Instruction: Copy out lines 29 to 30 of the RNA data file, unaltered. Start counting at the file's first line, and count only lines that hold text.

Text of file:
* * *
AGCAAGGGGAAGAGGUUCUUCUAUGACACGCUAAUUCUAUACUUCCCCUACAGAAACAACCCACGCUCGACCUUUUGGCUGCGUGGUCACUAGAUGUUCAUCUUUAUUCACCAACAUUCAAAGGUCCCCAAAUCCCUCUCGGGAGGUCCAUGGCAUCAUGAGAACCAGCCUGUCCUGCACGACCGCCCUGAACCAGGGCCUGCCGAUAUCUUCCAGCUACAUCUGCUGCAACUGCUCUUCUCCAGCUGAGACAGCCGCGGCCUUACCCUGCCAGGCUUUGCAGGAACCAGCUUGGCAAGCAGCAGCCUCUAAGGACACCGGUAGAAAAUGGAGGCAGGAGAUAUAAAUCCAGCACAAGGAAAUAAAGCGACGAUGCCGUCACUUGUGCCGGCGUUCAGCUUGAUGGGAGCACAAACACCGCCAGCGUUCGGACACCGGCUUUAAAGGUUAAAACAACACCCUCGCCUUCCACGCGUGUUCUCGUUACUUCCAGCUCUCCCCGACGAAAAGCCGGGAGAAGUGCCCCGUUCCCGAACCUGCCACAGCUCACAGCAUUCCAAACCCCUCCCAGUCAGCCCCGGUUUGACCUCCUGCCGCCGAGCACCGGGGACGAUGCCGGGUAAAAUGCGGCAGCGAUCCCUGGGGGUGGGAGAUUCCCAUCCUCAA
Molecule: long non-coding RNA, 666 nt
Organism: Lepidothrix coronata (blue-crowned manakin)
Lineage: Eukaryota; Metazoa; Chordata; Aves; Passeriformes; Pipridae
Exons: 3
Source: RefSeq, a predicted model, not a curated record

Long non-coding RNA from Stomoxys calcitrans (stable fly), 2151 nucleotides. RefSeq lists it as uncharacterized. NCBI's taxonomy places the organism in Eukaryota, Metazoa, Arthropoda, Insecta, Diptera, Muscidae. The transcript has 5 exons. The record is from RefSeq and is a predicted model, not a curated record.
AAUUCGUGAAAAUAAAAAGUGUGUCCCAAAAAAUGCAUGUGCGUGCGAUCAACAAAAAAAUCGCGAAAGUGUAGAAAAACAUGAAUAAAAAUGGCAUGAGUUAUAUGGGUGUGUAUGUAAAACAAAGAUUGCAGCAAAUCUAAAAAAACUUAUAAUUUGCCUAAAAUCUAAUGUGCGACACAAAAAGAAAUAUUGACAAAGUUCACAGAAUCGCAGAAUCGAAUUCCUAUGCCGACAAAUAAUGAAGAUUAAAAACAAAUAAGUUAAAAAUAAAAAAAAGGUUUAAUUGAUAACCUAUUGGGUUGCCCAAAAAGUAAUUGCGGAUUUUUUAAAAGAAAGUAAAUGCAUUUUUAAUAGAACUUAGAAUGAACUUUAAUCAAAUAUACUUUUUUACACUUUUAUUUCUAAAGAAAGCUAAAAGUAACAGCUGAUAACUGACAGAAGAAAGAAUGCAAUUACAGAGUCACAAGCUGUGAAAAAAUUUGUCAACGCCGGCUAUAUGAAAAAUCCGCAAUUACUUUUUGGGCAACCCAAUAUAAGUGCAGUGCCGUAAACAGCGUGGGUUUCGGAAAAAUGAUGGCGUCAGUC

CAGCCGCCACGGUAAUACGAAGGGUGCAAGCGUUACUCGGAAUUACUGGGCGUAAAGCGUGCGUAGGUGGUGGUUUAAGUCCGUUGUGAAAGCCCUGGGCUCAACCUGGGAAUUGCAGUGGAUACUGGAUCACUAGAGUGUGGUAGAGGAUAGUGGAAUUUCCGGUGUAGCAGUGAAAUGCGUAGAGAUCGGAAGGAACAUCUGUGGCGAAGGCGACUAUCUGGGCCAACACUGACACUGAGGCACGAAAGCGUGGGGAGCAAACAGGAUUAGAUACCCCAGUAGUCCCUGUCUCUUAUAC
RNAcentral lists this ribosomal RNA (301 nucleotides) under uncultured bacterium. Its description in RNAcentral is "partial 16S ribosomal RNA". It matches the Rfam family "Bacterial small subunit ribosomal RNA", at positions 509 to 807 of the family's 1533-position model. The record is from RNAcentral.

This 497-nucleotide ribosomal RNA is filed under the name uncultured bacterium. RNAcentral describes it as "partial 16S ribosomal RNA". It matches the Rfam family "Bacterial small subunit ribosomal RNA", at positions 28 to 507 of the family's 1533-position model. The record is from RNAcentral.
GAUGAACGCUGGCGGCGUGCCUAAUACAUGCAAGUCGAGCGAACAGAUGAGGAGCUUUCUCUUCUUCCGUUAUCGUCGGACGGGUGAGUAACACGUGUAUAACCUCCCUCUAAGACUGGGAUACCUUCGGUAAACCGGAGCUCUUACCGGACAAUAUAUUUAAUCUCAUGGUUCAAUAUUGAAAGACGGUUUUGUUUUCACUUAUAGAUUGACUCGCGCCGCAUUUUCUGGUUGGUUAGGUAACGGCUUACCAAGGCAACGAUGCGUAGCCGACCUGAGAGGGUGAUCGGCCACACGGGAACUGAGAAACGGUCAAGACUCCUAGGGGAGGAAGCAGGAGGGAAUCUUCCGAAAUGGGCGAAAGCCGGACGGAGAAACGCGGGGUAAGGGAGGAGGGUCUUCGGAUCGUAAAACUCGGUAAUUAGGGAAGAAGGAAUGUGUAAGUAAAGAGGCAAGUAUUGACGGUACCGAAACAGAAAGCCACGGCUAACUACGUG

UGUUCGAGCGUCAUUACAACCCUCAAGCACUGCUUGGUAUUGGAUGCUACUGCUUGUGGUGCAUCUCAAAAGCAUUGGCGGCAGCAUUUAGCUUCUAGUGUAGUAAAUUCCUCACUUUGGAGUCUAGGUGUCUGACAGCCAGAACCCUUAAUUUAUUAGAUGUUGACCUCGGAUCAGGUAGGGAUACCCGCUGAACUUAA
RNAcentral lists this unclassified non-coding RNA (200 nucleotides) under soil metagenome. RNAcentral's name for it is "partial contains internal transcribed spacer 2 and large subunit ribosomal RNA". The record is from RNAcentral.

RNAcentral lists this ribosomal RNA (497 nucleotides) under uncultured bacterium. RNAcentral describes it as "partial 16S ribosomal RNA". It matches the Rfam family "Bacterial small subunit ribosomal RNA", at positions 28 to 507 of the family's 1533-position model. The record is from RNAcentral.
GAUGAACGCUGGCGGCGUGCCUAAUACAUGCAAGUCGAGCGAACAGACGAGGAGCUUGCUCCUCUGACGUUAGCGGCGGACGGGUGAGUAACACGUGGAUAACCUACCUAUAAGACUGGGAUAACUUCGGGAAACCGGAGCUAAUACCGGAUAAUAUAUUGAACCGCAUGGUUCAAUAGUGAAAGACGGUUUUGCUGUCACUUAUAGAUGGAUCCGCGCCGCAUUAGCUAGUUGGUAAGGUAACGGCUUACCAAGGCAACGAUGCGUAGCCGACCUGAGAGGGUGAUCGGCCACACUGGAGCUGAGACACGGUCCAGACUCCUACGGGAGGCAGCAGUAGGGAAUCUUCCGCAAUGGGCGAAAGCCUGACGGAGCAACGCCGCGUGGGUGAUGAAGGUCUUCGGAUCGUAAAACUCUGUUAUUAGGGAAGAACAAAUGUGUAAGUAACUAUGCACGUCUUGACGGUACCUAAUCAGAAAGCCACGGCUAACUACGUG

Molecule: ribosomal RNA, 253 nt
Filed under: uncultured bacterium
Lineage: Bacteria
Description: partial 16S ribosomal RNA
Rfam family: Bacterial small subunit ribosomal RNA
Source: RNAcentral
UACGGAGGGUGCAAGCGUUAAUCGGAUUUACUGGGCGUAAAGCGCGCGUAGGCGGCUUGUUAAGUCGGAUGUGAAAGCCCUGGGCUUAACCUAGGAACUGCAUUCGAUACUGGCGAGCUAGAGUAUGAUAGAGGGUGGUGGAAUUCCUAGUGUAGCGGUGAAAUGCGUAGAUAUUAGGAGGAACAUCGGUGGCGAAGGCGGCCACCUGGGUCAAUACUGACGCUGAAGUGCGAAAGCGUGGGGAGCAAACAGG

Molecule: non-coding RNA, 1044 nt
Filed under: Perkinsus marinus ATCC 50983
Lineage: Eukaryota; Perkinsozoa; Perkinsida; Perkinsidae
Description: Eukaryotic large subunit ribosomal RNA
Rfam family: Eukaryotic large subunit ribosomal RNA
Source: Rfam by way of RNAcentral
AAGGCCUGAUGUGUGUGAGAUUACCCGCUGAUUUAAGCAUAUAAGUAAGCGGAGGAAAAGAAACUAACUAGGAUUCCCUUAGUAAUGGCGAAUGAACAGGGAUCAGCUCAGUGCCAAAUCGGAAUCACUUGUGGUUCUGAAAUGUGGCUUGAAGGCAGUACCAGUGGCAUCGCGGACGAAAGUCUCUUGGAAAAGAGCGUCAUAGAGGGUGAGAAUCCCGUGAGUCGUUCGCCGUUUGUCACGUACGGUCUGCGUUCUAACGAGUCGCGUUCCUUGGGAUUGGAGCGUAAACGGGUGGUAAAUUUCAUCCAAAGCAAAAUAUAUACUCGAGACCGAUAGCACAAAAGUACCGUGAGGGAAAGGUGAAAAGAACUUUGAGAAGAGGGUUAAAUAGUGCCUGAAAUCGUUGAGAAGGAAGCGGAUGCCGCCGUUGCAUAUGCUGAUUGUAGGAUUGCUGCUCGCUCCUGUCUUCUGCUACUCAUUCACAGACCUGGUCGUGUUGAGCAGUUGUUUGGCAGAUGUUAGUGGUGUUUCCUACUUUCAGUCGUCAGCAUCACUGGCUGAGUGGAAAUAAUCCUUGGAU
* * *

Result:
Source: Rfam by way of RNAcentral
AAGGCCUGAUGUGUGUGAGAUUACCCGCUGAUUUAAGCAUAUAAGUAAGCGGAGGAAAAGAAACUAACUAGGAUUCCCUUAGUAAUGGCGAAUGAACAGGGAUCAGCUCAGUGCCAAAUCGGAAUCACUUGUGGUUCUGAAAUGUGGCUUGAAGGCAGUACCAGUGGCAUCGCGGACGAAAGUCUCUUGGAAAAGAGCGUCAUAGAGGGUGAGAAUCCCGUGAGUCGUUCGCCGUUUGUCACGUACGGUCUGCGUUCUAACGAGUCGCGUUCCUUGGGAUUGGAGCGUAAACGGGUGGUAAAUUUCAUCCAAAGCAAAAUAUAUACUCGAGACCGAUAGCACAAAAGUACCGUGAGGGAAAGGUGAAAAGAACUUUGAGAAGAGGGUUAAAUAGUGCCUGAAAUCGUUGAGAAGGAAGCGGAUGCCGCCGUUGCAUAUGCUGAUUGUAGGAUUGCUGCUCGCUCCUGUCUUCUGCUACUCAUUCACAGACCUGGUCGUGUUGAGCAGUUGUUUGGCAGAUGUUAGUGGUGUUUCCUACUUUCAGUCGUCAGCAUCACUGGCUGAGUGGAAAUAAUCCUUGGAU